March 06, 1899

Beset by an Ally Turned Detractor, Herzl Says It is a “Miracle” He Hasn’t Become an Anti-Semite

Autograph Letter Signed
2 pages
SMC 331
Running a newspaper, founding a state, and not having enough money to do either, Herzl writes here of constant problems: paying for stories, dealing with scoundrels, and absorbing endless criticism...
 
Herzl has for Wolff a “question difficile”:  how much does she expect to be paid for her story? His Zionist paper, The World, unfortunately has to make calculations. “I certainly do not want to disappoint you, nor can I impose too heavy a burden on the journal,” he explains. “When it comes to sensitive questions among friends, the best thing is to be frank."  And speaking frankly, he complains of “this undignified fellow L” –  seemingly the New York lawyer,  journalist and one-time editor at The World,  Saul Raphael Landau, who had recently, and acrimoniously, broken with Herzl:
 
First this scoundrel pushed himself forward, and then exploited me, and, when I finally threw him out, he went as my worst enemy to my worst enemies. It is a miracle from God if I don't become an anti-Semite.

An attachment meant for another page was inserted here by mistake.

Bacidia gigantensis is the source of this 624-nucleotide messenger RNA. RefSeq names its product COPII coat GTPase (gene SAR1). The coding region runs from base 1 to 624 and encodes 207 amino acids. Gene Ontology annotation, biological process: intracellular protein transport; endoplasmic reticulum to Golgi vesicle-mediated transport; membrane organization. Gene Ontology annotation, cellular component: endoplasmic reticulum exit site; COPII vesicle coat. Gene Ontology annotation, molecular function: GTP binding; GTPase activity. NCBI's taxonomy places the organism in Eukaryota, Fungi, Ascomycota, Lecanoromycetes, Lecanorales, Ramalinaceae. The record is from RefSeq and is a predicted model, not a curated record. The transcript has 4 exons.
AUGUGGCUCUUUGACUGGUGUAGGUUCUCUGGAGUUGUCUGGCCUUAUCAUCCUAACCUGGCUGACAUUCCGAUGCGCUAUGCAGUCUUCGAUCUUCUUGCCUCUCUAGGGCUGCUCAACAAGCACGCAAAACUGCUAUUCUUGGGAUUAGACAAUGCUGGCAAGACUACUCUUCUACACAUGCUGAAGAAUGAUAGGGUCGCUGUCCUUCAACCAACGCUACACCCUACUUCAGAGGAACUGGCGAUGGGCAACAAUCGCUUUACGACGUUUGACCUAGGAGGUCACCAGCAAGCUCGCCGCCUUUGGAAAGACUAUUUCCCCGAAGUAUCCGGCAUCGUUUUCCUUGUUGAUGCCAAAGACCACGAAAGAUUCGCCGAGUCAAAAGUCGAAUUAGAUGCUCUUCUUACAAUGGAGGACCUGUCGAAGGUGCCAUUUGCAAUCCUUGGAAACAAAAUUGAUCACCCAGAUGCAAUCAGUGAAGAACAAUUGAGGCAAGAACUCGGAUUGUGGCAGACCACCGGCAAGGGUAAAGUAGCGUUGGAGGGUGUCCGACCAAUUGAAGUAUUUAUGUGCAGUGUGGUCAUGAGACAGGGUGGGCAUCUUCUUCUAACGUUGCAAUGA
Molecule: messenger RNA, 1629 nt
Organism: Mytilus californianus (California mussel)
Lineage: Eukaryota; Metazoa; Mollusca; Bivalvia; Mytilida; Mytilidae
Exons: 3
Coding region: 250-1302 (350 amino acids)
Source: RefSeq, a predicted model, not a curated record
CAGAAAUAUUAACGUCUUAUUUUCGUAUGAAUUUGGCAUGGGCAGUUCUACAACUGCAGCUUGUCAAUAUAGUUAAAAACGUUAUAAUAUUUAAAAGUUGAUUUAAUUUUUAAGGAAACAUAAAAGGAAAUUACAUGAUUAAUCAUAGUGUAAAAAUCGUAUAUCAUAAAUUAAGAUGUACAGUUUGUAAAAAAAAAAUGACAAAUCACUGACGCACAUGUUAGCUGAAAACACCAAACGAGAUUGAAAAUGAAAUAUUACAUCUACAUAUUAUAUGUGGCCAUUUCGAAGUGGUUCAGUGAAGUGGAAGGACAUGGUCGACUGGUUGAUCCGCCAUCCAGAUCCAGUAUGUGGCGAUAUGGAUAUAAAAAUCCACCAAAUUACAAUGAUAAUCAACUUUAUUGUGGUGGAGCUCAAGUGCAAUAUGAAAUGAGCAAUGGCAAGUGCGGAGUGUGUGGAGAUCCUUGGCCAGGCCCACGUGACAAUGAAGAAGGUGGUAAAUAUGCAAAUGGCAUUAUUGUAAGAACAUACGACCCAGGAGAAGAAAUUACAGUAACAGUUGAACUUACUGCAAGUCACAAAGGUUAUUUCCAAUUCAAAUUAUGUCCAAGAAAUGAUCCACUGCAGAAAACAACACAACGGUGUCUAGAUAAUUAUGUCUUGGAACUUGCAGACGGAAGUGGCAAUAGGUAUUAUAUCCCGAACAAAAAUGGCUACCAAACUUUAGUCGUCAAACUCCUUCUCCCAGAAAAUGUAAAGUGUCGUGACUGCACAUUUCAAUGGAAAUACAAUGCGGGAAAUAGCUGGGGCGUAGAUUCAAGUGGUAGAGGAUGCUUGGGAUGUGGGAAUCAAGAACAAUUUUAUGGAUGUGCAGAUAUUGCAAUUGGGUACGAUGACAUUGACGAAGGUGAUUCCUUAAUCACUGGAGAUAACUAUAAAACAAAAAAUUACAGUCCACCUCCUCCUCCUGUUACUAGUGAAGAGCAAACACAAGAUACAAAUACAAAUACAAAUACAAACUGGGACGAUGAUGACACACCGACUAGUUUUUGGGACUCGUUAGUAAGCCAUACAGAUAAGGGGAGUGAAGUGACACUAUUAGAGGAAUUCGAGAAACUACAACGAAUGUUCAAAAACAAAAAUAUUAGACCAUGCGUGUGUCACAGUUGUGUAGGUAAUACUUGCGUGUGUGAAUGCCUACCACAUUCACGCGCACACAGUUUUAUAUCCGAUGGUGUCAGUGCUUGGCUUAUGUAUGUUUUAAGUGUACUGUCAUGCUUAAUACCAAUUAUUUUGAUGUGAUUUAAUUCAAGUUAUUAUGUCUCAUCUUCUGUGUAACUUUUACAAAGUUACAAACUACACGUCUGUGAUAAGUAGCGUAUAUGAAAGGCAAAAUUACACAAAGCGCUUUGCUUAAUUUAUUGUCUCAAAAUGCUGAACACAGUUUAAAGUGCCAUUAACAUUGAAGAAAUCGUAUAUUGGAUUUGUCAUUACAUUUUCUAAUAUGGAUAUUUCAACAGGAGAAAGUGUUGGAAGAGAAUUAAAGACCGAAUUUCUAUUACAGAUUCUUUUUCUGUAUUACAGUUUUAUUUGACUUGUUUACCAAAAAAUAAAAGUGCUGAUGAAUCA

In closing, Herzl sends, as always, his most cordial greetings to his champion, “my dear master Arthur” - Arthur Levysohn, the editor-in-chief of the Berliner Tageblatt – of whom he will never be able to think ill “on account of the poisoned arrows which fly in my direction from the B.T."
 
Herzl was also consumed, as of writing this, with Zionist business: all of this was taking place as he launched, against great odds, the financial organ of the Zionist state, the Jewish Colonial Trust.
Autograph Letter Signed, in German, 2 pages, on the letterhead of the newspaper Die Welt [The World], emblazoned with a Star of David, Vienna, March 6, 1899. To Ulla Wolff.
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